The UK and most EU member states have implemented national support measures to help businesses weather the disruption caused by the Coronavirus (COVID-19) pandemic. Many of these support measures fall within the scope of the EU’s state aid regime, which still applies to the UK during the current transition period.
We explore below how the European Commission has managed state aid rules in the context of the Coronavirus pandemic, to ensure that member states can quickly and legitimately provide much-needed support to businesses. We also explore how the De Minimis Block Exemption interacts with aid provided in light of Coronavirus.
This section may assist those who are unfamiliar with the concept of state aid. Certainly, many business in the UK will be receiving state aid for the first time. The Treaty on the Functioning of the European Union (TFEU) prohibits member states from granting aid that distorts competition and trade within the European Union (EU). Article 107 refers to “state aid” as any aid granted by a member state or through state resources. This includes e.g. local authorities and LEPs. Both the European Commission (the Commission) and the European Court of Justice (the ECJ) have broadly interpreted the term to include a wide range of different aids.
State aid rules form part of the EU’s competition law regime. The EU seeks to restrict the provision of state aid by member states to the extent that aid would distort (or threaten to distort) competition by favouring certain businesses or the production of certain goods. Thus, to be caught, there must be a ‘selective’ or discriminatory element to the support, in contrast to (say) tax measures which are available to all businesses in a particular country. Offending aid must also be capable of affecting trade between member states, although that test is usually regarded as quite a low hurdle.
Article 107 of the TFEU sets out those forms of state aid which are automatically deemed compatible with the internal market (i.e. permitted forms of aid) and also includes a list of aid which may be compatible. This includes aid to remedy a serious disturbance in the economy of a member state.
Under Article 108 TFEU, where a member state wishes to grant state aid, the relevant member state must give notice to the Commission of its proposals. The Commission then carries out an assessment and determines whether or not the grant of aid is compatible with the internal market. Where state aid is incompatible, the member state must stop or alter the aid within a timescale set by the Commission, and may have to claw back unlawful aid. In normal times, that process takes months or years.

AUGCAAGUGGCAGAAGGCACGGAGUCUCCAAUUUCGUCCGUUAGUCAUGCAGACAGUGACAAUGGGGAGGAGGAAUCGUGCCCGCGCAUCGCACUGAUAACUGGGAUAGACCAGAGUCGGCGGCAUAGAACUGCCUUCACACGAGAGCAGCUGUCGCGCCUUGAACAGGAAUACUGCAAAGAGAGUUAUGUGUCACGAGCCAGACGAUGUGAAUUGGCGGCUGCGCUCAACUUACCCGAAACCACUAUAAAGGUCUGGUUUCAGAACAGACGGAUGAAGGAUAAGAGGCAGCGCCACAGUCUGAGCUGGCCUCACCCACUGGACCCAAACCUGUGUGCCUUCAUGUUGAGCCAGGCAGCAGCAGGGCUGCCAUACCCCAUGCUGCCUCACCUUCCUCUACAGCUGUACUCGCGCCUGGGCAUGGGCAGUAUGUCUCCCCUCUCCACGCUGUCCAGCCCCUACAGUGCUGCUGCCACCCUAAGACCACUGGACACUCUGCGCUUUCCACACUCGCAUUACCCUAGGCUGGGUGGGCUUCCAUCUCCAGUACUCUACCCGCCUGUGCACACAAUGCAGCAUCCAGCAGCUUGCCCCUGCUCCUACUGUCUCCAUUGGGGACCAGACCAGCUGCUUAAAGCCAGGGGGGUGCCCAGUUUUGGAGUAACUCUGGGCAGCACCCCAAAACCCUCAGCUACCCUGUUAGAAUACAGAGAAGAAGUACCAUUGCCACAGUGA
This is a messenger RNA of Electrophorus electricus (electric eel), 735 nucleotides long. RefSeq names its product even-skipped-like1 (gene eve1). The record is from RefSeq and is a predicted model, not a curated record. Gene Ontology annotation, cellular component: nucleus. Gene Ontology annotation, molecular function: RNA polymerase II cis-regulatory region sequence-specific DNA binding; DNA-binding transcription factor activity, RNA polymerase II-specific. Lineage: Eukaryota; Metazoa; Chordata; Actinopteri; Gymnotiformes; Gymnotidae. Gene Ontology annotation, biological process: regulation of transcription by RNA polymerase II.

Under Article 109 of the TFEU, the Commission may adopt regulations relating to state aid, including regulations implementing exemptions to the notification requirement. To date, the Commission has adopted a number of block exemptions as these help to reduce the number of notifications it receives under Article 108.
Many of the block exemptions apply to particular industries only; for example vehicle manufacturing and agriculture. However, the Commission has also adopted two block exemptions which generally apply across all industries, other than those which have dedicated block exemptions. These are: (1) the “De Minimis Aid Exemption Regulation” which covers aid provided to a single undertaking up to the value of €200,000 over a three-year period, and (2) the General Block Exemption Regulation (GBER) which covers certain categories of aid (e.g. R&D, SMEs and regional aid).
Article 107(3)(b) of the TFEU states that the Commission may find that state aid to remedy a serious disturbance in the economy of a member state is compatible with the internal market.
On 13 March 2020, the Commission published a Communication on the co-ordinated economic response to the COVID-19 outbreak, describing the outbreak as a major shock to the global and European economy.
In relation to state aid, the Communication outlined those national support measures which member states can adopt without infringing existing state aid rules and without the need to notify the Commission (these include measures applicable to all undertakings regarding wage subsidies and suspension of corporate and value added taxes). The Commission also stated that, at the time of publishing, it considered that such a serious disturbance to the economy was present in Italy to enable the Commission to approve additional national support measures in line with Article 107(3)(b) of the TFEU.